• Memmo Alfama– This is a boutique hotel in the historic Alfama neighborhood. We stopped for a drink and appetizers on the terrace overlooking the Tagus River. It’s a nice place for a peaceful meal or drink.

  • Santa Rita– This is a neighborhood restaurant. A place where locals come and enjoy inexpensive, but delicious food. Despite the unappetizing name, you must try the “Camel Drool,” which is similar to a custard/flan-like dessert with grated cookies on top.

  • Taberna Moderna– A modern Portuguese tavern in a beautiful building near the central square. The interiors are different, but cool looking. The food was delicious… Regional specialties with a modern twist: octopus, gorgonzola steak, potatoes. The cocktails are excellent. Try the Brownie/Crema Catalana (a dessert & cocktail all in one).

  • Pao a Mesa- A bit more casual than Taberna Moderna, but the food is every bit as good. We loved the octopus so much, that we ate dinner there twice.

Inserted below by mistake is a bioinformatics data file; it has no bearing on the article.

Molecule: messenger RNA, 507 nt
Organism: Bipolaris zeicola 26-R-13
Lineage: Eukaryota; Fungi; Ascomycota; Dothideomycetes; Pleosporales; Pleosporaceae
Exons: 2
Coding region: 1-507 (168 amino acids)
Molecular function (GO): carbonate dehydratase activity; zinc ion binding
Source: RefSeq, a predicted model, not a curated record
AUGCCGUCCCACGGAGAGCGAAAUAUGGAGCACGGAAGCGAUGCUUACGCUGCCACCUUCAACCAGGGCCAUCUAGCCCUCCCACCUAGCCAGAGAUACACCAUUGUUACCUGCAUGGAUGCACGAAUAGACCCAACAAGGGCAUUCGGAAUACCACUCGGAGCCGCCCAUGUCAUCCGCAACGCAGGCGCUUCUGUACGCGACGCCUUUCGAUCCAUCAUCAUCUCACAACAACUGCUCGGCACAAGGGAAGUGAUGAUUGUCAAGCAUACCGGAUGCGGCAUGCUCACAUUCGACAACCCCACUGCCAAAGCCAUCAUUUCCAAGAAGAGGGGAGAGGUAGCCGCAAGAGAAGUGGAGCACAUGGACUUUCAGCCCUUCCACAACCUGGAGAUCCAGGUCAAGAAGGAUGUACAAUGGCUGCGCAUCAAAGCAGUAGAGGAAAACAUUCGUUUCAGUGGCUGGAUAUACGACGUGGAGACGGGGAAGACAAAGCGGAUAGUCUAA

• Independente– This is an Art Deco hostel within a renovated palace that overlooks the Tagus River. The ground floor restaurant was trendy (but in a good way) and the food was great. Make reservations. During summer and spring the rooftop bar is the perfect spot for river views.

  • A Cevicheria– The huge octopus that cascades from the ceiling in this ultra modern, minimalist restaurant gives the first hint of what’s to come; extremely fresh, seafood. The dishes are prepared by a famous Peruvian chef. The lines are long, so prepare for a wait.

FINAL THOUGHTS

There are many more things to do and see in Lisbon, but these are my favorites. Please let me know in the comments below if there is something outstanding that I should include in this guide.

If you want to explore another city nearby, check out our Venice, Italy Travel Guide.